Islamabad: The deadly Pathankot attack in the Indian state of Punjab is an opportunity for Pakistan to prove to the world that it is committed to eliminate terrorists of all variety, including Lashkar-e-Taiba (LeT) and Jaish-e-Mohammad (JeM), whether or not they are attacking the country at the moment, a Pakistani author wrote in the online edition of a popular newspaper on Saturday.
In an article titled “Curse of non-state actors” and published in the online version of The News, Babar Sattar said that if Pakistan wants to be perceived as a responsible nation-state, it should realise that “the age of non-state actors as state assets has passed, and it should “see Pathankot as an opportunity, and not let the past define the future”.
Sattar wrote: “Will we dismiss offhand that the attack could have been executed by non-state actors from Pakistan, find glitches in the information shared and why it isn’t actionable, or act such that it is for all to see that we are serious about helping India find the perpetrators?”
Sattar, who is a lawyer based in Islamabad, further wrote: “We have told the world that non-state actors might have been assets once, but are now seen as liabilities that Pakistan is actively fighting to neutralise.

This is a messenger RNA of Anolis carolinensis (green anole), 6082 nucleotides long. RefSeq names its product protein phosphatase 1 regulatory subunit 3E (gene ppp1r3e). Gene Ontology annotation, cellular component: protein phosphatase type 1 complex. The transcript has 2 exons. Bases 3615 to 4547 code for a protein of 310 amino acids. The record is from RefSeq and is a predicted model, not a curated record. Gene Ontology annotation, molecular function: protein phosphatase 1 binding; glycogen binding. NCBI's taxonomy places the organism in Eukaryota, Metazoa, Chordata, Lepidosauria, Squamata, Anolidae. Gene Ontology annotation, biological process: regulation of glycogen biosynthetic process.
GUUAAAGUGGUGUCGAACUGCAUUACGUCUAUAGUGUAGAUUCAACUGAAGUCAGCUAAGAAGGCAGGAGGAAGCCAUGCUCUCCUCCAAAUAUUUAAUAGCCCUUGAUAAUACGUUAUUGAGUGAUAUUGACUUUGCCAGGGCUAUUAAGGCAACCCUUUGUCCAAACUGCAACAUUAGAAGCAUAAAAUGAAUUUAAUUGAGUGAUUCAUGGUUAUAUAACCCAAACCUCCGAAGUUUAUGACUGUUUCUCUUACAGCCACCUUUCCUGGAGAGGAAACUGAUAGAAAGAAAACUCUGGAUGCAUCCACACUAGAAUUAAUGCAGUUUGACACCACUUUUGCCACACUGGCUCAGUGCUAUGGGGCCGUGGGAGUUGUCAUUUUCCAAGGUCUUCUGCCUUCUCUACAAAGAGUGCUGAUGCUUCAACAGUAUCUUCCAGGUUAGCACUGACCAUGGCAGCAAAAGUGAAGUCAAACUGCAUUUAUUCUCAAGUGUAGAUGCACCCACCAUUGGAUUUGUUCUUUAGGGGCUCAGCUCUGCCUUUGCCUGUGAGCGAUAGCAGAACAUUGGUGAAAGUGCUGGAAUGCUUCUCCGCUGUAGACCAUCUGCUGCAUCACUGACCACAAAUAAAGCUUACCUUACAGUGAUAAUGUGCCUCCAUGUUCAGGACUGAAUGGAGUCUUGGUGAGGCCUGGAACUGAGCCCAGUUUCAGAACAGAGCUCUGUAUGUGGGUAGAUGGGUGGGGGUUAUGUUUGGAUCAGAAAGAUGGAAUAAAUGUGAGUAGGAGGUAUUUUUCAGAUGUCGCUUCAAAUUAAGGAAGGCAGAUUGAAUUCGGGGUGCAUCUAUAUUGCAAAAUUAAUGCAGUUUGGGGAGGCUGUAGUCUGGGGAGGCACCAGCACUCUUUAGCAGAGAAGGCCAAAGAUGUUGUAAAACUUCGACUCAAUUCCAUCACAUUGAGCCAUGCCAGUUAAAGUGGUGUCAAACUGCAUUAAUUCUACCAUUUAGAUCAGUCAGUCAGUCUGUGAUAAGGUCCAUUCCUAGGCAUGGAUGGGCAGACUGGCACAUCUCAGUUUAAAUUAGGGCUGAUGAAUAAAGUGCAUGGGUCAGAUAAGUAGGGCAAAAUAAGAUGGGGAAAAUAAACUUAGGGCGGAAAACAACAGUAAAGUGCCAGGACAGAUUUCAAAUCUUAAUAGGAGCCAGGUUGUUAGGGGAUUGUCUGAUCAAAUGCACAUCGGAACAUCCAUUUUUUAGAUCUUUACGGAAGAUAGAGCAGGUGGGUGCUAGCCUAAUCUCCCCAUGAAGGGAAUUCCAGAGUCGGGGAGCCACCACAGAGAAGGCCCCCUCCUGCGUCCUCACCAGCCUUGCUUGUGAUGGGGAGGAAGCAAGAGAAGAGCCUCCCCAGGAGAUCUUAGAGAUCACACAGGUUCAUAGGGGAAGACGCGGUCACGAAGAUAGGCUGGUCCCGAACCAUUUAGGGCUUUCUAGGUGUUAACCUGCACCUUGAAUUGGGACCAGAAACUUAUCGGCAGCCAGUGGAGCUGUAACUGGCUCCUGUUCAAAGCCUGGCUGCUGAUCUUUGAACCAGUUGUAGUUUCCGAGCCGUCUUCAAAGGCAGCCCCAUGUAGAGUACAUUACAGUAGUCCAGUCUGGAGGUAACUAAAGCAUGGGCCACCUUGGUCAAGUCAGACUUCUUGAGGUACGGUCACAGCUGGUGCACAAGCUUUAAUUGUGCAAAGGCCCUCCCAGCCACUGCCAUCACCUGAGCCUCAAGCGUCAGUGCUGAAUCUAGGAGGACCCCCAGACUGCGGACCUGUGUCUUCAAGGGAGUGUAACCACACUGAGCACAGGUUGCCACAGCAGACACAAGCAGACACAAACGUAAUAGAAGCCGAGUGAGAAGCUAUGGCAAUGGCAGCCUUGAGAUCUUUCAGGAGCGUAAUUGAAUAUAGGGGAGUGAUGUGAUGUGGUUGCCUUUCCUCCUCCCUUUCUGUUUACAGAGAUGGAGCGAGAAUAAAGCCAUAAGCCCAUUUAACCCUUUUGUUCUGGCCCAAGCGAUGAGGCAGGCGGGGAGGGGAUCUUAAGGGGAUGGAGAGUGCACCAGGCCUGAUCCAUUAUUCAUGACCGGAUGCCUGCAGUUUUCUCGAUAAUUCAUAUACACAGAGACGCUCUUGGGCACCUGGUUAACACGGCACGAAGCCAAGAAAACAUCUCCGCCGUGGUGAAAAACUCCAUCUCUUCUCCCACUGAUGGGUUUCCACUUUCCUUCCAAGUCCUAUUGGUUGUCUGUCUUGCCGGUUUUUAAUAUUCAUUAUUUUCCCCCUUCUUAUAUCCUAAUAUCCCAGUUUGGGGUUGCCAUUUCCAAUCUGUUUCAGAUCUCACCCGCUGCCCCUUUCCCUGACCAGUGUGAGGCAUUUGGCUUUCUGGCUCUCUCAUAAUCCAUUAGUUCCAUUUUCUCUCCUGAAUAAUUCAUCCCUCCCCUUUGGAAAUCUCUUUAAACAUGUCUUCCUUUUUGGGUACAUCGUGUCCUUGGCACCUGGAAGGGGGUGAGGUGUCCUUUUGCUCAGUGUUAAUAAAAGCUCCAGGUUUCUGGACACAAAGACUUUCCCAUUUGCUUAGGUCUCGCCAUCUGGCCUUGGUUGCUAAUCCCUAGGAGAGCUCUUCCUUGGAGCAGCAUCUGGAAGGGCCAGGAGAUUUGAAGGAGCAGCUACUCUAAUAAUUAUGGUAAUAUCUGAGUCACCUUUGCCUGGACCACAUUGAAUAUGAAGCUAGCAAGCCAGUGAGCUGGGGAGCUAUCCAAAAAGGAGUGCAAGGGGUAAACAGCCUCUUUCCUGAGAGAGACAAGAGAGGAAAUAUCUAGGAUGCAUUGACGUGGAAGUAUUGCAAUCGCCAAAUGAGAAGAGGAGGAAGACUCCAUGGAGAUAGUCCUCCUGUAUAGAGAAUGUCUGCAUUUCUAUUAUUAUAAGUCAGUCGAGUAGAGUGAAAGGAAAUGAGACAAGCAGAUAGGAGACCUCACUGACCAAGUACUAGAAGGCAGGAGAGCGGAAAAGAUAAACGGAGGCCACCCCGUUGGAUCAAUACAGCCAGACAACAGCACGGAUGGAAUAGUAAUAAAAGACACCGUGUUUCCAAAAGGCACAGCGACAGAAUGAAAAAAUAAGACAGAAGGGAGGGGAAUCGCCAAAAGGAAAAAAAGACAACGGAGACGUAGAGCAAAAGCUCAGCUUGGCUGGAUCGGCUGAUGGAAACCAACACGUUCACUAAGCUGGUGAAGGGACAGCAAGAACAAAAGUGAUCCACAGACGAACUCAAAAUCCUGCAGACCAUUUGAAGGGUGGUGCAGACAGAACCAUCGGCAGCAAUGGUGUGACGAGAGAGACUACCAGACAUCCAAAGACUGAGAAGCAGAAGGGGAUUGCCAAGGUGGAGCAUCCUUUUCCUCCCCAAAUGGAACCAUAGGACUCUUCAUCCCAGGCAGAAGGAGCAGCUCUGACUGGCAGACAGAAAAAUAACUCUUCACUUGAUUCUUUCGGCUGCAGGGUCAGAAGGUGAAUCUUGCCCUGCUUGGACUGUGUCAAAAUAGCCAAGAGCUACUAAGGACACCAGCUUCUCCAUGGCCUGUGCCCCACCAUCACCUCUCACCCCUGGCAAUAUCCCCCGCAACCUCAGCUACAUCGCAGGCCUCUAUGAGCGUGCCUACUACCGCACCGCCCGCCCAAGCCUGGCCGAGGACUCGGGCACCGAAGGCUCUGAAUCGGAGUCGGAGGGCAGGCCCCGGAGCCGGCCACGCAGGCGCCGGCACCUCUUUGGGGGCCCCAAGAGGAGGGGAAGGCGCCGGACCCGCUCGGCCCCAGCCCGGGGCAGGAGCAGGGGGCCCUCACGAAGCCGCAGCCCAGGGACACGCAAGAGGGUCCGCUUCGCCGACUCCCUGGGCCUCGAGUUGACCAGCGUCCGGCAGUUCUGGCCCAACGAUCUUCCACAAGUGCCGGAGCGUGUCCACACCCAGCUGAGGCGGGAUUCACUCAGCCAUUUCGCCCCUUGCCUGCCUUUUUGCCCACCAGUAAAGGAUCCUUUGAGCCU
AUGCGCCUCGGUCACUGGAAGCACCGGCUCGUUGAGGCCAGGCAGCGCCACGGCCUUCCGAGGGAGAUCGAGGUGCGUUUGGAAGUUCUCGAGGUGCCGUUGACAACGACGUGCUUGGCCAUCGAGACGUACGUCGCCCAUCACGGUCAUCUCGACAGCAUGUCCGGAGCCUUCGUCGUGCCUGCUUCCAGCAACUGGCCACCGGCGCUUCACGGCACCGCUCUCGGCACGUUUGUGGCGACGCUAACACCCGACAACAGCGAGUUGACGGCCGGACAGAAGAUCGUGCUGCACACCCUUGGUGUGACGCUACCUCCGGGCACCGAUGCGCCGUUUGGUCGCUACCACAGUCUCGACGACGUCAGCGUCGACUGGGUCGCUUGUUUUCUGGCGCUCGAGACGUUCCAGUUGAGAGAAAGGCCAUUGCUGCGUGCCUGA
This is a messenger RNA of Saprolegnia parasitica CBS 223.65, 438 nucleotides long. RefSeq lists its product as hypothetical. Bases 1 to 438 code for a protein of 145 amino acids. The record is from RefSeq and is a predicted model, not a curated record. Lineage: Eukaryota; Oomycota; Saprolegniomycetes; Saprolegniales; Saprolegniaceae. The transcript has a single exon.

“We made loud claims about cutting off the cord connecting state and non-state actors during Musharraf’s time. But the world only started paying heed after the initiation of Operation Zarb-e-Azb when we were seen to be walking the talk.”
He praised the Indian government’s response during the Pathankot attack and said that “it was measured” and “it hasn’t gone to town framing Pakistan before an international audience”.
“It hasn’t drummed up anger or unleashed its streets against Pakistan. It has said it has intelligence and indications that the attackers were handled by Jaish-e-Mohammad from Bahawalpur, that it has shared actionable intelligence with us, that it expects us to act on such information and that it won’t accept cross-border attacks.
“If we put ourselves in India’s shoes, there is nothing wrong with what it has said so far. The ball is in our court,” Sattar wrote in the article.
“We can make sophisticated arguments about lack of state responsibility for acts of non-state actors and repeat explanations about how legal systems require admissible evidence that is hard to come by in terror cases, especially of the cross-border variety. But that doesn’t change the reality that while, as a matter of law, states might not be liable for actions of rouge citizens, as a matter of fact they are. And it isn’t just the state but also all citizens of the state who are painted black in the world’s perception due to vile acts of fellow citizens.
“Part of how we answer this is linked to how we view our future with India and our place in the world. If we believe that peace with India is in our long-term national interest and terror the foremost threat to our national security, even the Machiavellian motivation to keep some non-state actors alive (even if comatose) should die down,” Sattar wrote.